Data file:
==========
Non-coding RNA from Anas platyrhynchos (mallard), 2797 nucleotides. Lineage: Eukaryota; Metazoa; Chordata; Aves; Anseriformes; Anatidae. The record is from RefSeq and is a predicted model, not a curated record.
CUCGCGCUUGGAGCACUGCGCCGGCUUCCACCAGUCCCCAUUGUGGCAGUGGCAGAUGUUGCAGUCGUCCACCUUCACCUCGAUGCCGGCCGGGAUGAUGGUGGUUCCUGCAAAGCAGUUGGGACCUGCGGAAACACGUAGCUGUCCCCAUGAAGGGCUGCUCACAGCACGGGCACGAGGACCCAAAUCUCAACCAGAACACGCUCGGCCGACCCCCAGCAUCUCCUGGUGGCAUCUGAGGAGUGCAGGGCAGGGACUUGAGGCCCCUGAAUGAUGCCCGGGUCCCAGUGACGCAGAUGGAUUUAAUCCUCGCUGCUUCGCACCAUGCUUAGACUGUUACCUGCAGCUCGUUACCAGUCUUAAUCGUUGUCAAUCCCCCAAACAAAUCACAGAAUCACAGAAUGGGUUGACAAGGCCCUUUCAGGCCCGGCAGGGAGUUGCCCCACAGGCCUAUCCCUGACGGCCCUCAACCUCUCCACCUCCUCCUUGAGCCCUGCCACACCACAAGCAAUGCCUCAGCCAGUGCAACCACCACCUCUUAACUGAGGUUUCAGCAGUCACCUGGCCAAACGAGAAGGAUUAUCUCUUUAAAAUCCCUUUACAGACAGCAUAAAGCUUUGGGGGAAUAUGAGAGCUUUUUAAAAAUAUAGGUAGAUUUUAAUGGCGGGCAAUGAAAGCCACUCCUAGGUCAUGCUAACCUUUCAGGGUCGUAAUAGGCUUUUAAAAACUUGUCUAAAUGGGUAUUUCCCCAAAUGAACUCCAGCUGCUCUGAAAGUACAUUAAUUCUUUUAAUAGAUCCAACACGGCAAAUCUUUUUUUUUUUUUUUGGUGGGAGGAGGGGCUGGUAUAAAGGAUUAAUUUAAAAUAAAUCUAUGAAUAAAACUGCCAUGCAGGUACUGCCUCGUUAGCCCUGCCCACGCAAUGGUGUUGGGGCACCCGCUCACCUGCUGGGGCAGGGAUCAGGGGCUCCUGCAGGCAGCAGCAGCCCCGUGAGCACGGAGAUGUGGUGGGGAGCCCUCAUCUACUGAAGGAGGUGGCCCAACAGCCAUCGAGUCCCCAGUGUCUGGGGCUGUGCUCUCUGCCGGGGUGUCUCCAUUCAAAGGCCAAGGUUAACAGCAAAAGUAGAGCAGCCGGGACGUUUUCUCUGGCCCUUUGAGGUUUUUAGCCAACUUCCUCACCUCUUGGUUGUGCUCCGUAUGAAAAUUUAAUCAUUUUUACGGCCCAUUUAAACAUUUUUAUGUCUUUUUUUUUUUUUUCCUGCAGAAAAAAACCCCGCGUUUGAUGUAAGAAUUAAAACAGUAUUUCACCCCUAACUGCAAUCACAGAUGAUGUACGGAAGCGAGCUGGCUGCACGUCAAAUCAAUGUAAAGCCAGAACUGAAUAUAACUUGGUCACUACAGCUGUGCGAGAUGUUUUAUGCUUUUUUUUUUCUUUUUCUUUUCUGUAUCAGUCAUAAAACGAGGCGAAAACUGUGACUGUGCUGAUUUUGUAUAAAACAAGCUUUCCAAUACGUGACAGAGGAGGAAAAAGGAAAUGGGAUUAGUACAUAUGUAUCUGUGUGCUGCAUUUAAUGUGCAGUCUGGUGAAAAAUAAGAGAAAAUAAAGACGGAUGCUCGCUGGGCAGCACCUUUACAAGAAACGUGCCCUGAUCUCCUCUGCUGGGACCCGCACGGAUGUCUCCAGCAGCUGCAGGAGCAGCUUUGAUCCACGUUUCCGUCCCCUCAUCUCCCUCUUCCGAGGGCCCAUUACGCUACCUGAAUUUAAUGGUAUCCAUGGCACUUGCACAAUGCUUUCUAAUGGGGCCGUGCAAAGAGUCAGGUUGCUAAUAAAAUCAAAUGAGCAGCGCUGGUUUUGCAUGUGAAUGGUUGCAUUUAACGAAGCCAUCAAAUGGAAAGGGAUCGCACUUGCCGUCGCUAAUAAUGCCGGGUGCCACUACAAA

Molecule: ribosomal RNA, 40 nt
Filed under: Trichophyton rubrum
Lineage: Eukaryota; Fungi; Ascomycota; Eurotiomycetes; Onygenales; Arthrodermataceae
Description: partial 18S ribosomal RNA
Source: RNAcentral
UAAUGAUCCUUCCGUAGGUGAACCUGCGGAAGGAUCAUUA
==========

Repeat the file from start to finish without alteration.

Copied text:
Non-coding RNA from Anas platyrhynchos (mallard), 2797 nucleotides. Lineage: Eukaryota; Metazoa; Chordata; Aves; Anseriformes; Anatidae. The record is from RefSeq and is a predicted model, not a curated record.
CUCGCGCUUGGAGCACUGCGCCGGCUUCCACCAGUCCCCAUUGUGGCAGUGGCAGAUGUUGCAGUCGUCCACCUUCACCUCGAUGCCGGCCGGGAUGAUGGUGGUUCCUGCAAAGCAGUUGGGACCUGCGGAAACACGUAGCUGUCCCCAUGAAGGGCUGCUCACAGCACGGGCACGAGGACCCAAAUCUCAACCAGAACACGCUCGGCCGACCCCCAGCAUCUCCUGGUGGCAUCUGAGGAGUGCAGGGCAGGGACUUGAGGCCCCUGAAUGAUGCCCGGGUCCCAGUGACGCAGAUGGAUUUAAUCCUCGCUGCUUCGCACCAUGCUUAGACUGUUACCUGCAGCUCGUUACCAGUCUUAAUCGUUGUCAAUCCCCCAAACAAAUCACAGAAUCACAGAAUGGGUUGACAAGGCCCUUUCAGGCCCGGCAGGGAGUUGCCCCACAGGCCUAUCCCUGACGGCCCUCAACCUCUCCACCUCCUCCUUGAGCCCUGCCACACCACAAGCAAUGCCUCAGCCAGUGCAACCACCACCUCUUAACUGAGGUUUCAGCAGUCACCUGGCCAAACGAGAAGGAUUAUCUCUUUAAAAUCCCUUUACAGACAGCAUAAAGCUUUGGGGGAAUAUGAGAGCUUUUUAAAAAUAUAGGUAGAUUUUAAUGGCGGGCAAUGAAAGCCACUCCUAGGUCAUGCUAACCUUUCAGGGUCGUAAUAGGCUUUUAAAAACUUGUCUAAAUGGGUAUUUCCCCAAAUGAACUCCAGCUGCUCUGAAAGUACAUUAAUUCUUUUAAUAGAUCCAACACGGCAAAUCUUUUUUUUUUUUUUUGGUGGGAGGAGGGGCUGGUAUAAAGGAUUAAUUUAAAAUAAAUCUAUGAAUAAAACUGCCAUGCAGGUACUGCCUCGUUAGCCCUGCCCACGCAAUGGUGUUGGGGCACCCGCUCACCUGCUGGGGCAGGGAUCAGGGGCUCCUGCAGGCAGCAGCAGCCCCGUGAGCACGGAGAUGUGGUGGGGAGCCCUCAUCUACUGAAGGAGGUGGCCCAACAGCCAUCGAGUCCCCAGUGUCUGGGGCUGUGCUCUCUGCCGGGGUGUCUCCAUUCAAAGGCCAAGGUUAACAGCAAAAGUAGAGCAGCCGGGACGUUUUCUCUGGCCCUUUGAGGUUUUUAGCCAACUUCCUCACCUCUUGGUUGUGCUCCGUAUGAAAAUUUAAUCAUUUUUACGGCCCAUUUAAACAUUUUUAUGUCUUUUUUUUUUUUUUCCUGCAGAAAAAAACCCCGCGUUUGAUGUAAGAAUUAAAACAGUAUUUCACCCCUAACUGCAAUCACAGAUGAUGUACGGAAGCGAGCUGGCUGCACGUCAAAUCAAUGUAAAGCCAGAACUGAAUAUAACUUGGUCACUACAGCUGUGCGAGAUGUUUUAUGCUUUUUUUUUUCUUUUUCUUUUCUGUAUCAGUCAUAAAACGAGGCGAAAACUGUGACUGUGCUGAUUUUGUAUAAAACAAGCUUUCCAAUACGUGACAGAGGAGGAAAAAGGAAAUGGGAUUAGUACAUAUGUAUCUGUGUGCUGCAUUUAAUGUGCAGUCUGGUGAAAAAUAAGAGAAAAUAAAGACGGAUGCUCGCUGGGCAGCACCUUUACAAGAAACGUGCCCUGAUCUCCUCUGCUGGGACCCGCACGGAUGUCUCCAGCAGCUGCAGGAGCAGCUUUGAUCCACGUUUCCGUCCCCUCAUCUCCCUCUUCCGAGGGCCCAUUACGCUACCUGAAUUUAAUGGUAUCCAUGGCACUUGCACAAUGCUUUCUAAUGGGGCCGUGCAAAGAGUCAGGUUGCUAAUAAAAUCAAAUGAGCAGCGCUGGUUUUGCAUGUGAAUGGUUGCAUUUAACGAAGCCAUCAAAUGGAAAGGGAUCGCACUUGCCGUCGCUAAUAAUGCCGGGUGCCACUACAAA

Molecule: ribosomal RNA, 40 nt
Filed under: Trichophyton rubrum
Lineage: Eukaryota; Fungi; Ascomycota; Eurotiomycetes; Onygenales; Arthrodermataceae
Description: partial 18S ribosomal RNA
Source: RNAcentral
UAAUGAUCCUUCCGUAGGUGAACCUGCGGAAGGAUCAUUA